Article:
Economic Woes Mean U.K. Workers Spending More Time at Work

June 2, 2009 ( - A new U.K. survey found British workers are spending more time at work scrambling to safeguard their jobs during the recession than before, but this doesn't seem to be hurting their personal relationships at home.

A news release from the Lancaster University’s new Centre for Organizational Health and Wellbeing about its employee survey said 66% of respondents reported staying around the office more in the past few months, and 61% said that they worry more about the future.

The gender differences in this survey are also worth mentioning, in that 71% of women reported that they are now spending more time at work compared with 61% of men, according to the news release. “This suggests that women may feel more vulnerable about job loss than men,” the announcement said. “Furthermore, a higher percentage of women than men are finding the current economic situation stressful.”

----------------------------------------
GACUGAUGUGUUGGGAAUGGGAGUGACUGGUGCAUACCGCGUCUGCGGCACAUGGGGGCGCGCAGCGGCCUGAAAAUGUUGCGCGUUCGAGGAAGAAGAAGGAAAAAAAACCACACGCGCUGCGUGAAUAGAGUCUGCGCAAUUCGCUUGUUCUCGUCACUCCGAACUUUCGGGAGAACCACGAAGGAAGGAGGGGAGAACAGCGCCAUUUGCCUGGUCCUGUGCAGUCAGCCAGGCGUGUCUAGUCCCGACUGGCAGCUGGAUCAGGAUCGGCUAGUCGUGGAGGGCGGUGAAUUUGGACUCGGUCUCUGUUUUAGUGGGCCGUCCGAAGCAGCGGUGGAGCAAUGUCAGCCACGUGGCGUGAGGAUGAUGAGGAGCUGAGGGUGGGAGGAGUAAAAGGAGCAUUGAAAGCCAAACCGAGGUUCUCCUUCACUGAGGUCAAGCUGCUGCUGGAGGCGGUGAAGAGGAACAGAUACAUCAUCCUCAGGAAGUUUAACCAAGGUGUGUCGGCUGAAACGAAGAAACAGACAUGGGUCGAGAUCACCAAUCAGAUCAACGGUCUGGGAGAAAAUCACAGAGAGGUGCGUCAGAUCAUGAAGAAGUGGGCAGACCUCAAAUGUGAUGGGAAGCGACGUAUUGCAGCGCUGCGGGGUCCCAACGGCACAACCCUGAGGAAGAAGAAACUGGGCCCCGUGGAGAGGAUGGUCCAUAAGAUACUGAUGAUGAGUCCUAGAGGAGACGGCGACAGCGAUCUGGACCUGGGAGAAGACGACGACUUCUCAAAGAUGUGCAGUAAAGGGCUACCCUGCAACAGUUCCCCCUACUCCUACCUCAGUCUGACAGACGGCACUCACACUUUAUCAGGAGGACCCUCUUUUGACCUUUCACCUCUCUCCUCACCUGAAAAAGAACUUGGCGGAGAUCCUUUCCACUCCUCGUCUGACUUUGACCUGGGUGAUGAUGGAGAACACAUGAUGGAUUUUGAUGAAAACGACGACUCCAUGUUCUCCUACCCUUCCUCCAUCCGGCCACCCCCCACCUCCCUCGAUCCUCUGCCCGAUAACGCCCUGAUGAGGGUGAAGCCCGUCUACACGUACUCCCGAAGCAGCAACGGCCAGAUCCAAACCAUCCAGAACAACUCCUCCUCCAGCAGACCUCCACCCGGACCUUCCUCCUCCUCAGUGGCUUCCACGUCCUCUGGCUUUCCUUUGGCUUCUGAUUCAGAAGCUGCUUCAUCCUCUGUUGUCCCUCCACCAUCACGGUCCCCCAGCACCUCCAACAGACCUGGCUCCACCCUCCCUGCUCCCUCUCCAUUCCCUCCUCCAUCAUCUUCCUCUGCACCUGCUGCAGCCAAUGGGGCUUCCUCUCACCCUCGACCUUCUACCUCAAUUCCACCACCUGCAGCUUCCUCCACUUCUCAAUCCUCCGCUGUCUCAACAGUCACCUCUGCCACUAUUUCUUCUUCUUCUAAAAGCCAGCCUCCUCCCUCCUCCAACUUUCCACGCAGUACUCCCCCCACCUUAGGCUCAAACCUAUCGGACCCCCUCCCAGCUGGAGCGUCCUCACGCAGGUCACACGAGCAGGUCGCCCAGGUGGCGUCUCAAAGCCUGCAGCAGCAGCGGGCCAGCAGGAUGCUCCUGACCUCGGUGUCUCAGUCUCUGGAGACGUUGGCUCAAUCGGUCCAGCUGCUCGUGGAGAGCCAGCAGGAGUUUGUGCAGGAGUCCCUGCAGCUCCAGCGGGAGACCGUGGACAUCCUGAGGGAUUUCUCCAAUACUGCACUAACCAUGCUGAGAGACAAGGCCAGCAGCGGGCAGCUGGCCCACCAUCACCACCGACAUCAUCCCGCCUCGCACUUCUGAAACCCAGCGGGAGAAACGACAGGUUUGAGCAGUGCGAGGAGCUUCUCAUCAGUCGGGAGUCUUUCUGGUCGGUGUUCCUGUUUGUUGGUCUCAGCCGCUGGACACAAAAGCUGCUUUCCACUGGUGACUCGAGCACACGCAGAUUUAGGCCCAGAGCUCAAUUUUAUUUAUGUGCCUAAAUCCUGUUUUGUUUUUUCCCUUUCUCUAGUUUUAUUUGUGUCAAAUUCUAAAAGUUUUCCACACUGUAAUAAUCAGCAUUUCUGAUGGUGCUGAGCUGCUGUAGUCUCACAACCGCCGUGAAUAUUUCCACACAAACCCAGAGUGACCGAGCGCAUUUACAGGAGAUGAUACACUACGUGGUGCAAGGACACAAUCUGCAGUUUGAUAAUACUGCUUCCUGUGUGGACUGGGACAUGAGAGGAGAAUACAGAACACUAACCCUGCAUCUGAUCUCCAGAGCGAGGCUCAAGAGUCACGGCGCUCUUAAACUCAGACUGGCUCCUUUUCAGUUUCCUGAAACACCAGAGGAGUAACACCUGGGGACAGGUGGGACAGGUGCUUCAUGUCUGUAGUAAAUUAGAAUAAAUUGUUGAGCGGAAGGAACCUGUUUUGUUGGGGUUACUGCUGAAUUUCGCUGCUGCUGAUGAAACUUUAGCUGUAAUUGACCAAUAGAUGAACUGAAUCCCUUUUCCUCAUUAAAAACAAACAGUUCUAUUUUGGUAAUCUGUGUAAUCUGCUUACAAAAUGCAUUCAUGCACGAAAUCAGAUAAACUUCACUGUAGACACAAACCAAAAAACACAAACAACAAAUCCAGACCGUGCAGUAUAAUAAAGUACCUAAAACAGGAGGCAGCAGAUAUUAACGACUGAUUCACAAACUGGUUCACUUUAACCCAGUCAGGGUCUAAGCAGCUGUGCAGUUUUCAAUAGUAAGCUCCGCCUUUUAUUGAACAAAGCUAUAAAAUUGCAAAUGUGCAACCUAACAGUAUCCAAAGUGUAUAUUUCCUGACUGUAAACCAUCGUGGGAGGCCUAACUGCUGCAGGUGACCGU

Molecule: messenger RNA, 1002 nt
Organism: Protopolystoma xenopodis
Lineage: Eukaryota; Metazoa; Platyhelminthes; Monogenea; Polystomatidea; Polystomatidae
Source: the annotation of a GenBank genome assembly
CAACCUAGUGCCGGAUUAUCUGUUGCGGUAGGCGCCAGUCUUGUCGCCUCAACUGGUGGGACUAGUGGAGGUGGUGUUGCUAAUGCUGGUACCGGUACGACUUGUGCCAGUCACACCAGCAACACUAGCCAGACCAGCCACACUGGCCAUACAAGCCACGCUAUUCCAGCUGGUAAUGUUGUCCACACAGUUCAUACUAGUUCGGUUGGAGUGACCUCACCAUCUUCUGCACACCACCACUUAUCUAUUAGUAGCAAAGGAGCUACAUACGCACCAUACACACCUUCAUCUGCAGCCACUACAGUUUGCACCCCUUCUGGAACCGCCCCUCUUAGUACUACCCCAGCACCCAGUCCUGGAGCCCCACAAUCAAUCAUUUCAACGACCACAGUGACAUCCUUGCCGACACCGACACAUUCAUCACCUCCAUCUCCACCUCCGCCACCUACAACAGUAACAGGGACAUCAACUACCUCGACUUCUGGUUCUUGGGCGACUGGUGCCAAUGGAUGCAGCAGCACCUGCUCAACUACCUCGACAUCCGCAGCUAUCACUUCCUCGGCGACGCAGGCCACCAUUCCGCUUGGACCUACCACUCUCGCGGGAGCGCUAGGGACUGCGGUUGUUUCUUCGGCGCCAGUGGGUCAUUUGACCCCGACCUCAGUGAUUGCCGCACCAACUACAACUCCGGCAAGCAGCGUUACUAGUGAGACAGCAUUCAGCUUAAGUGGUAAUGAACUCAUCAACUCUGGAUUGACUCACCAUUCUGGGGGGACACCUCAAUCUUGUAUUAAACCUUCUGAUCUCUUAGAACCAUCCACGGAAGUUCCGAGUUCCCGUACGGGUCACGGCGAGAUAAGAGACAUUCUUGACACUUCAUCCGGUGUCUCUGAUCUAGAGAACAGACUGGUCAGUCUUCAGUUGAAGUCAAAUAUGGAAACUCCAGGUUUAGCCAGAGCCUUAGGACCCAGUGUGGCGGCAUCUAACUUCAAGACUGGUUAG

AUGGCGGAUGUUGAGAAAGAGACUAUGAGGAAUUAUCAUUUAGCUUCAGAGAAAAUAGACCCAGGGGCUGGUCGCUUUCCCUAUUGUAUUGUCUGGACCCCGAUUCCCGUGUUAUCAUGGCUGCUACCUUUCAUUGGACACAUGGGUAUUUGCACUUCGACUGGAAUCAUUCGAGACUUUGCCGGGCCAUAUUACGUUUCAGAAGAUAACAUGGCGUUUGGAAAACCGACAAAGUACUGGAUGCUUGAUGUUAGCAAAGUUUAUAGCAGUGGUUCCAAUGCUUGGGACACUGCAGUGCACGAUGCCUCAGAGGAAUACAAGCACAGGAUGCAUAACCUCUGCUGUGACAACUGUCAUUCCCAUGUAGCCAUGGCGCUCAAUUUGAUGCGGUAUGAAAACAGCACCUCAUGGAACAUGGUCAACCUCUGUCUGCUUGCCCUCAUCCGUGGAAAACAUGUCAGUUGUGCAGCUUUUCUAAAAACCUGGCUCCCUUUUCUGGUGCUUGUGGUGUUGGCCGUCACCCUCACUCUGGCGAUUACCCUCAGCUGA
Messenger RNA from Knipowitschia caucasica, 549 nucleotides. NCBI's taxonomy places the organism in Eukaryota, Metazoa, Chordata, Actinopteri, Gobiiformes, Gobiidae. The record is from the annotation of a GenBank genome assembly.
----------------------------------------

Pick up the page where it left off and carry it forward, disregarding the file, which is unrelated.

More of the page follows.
Some 54% of workers reported that their relationships were unaffected by the economic downturn, with 21% saying that relationships had been adversely affected.

Forty-two percent of people surveyed said that in the past three months that they feel more insecure about their jobs. Some 45% of employees said that they thought it best to ‘play it safe at work and keep my head down’, while 24% disagreed. Some 41% reported a negative atmosphere at work.

“It’s probably not surprising that workers are stressed and worried, but I think these results show that people are realizing that family life is important and are investing in it to make relationships work when other parts of life seem uncertain,” said Cary Cooper, Professor of Organizational Psychology and Health at Lancaster University, in the announcement.

The survey was conducted April 17 to 20 with a sample of 2,247.